As part of the initiative, JICA and AUDA-NEPAD have held the Africa Kaizen Annual Conference since 2018. The 2021 conference was held on 24-25 August together with the Government of the United Republic of Tanzania, under the theme of “Opportunities to Accelerate Industrialization and Trade in Africa: Streamlining Kaizen / Quality and Productivity Improvement (QPI) with Digital Technologies, Start-ups, SMEs Development and Home-Grown Economic Activities in Africa”. The conference ended with a joint communiqué that expressed the firm commitment for Kaizen institutions to play a meaningful role in learning, adapting and disseminating Kaizen/QPI tools and systems, and to strengthen their role to advocate and coordinate the implementation of AKI. To further scale up Kaizen/QPI benefits at national and continental levels, JICA and AUDA-NEPAD agreed to work on the following five issues; i) establishment of a certification system for Kaizen consultants, ii) set of Key Performance Indicators (KPI) of Kaizen effects, iii) development of monitoring methodology for Kaizen effectiveness, iv) utilization of E-learning for efficient Kaizen study, and v) strengthening of partnership among member countries, local communities and donors.
Furthermore, during the COVID-19 pandemic, JICA’s Kaizen project in Cameroon contributed to business continuity of client companies, product development such as masks, medical equipment etc. and productivity improvement. Cameroonian Kaizen consultants trained by JICA hosted a virtual South-South capacity development training session for 41 textile firms in Mali and in the Central African Republic to ensure quality mask production, which met standards required by the WHO, through a UNDP funded programme. Although it was difficult to dispatch lecturers and experts to the recipient countries for hands-on training due to COVID-19, the demand for mask production and for the Kaizen method were instantly identified. JICA, in cooperation with the United Nations Development Programme (UNDP) and the Government of Cameroon, was able to provide training to local firms in Mali by utilizing virtual technologies such as ZOOM and YouTube. The project resulted in capacity building of 252 direct young beneficiaries of 41 textile cooperatives and enterprises and production of 267,289 masks for the most vulnerable groups in the community. Involving multi-stakeholders such as UNDP and Cameroon contributed to fostering knowledge sharing, and the projects responded to all partners’ objectives and the need for urgent mask production under COVID-19.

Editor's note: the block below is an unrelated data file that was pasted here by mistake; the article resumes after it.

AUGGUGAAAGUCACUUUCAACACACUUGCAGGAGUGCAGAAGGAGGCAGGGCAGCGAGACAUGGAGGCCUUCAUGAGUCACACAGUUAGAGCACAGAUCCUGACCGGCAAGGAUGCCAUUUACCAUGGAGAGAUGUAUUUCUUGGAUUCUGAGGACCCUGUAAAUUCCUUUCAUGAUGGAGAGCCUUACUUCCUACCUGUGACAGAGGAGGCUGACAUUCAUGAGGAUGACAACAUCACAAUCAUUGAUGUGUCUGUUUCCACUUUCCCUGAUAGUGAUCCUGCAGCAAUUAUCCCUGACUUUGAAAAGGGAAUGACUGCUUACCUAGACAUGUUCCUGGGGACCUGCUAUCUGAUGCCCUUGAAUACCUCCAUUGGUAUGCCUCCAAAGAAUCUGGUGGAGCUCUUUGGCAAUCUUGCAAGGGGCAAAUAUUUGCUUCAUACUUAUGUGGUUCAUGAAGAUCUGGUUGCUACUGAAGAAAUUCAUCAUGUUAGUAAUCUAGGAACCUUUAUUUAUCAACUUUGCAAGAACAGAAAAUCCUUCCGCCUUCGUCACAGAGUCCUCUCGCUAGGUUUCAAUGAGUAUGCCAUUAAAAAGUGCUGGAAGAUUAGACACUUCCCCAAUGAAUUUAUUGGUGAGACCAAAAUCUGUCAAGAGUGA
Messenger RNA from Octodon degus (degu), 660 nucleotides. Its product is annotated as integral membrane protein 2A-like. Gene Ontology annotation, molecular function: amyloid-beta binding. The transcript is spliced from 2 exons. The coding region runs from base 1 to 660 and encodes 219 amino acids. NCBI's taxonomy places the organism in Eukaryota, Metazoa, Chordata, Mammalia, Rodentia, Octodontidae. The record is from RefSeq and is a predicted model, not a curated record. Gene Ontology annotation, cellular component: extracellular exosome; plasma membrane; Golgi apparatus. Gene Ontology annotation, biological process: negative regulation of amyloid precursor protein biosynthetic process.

As the above example demonstrates, even in constrained circumstances, the triangular cooperation approach allows the Kaizen initiative to expand to other countries. JICA and AUDA-NEPAD aim to focus on supporting activities to mitigate the negative impact of COVID-19 on African MSMEs through the implementation of AKI, by developing and implementing different solutions such as digital platforms and remote/distance training and consultancy services.
The initiative is contributing to SDG 8 (Decent work and economic growth) and the Istanbul Programme of Action (IPoA) Priority 1 (Productive capacity).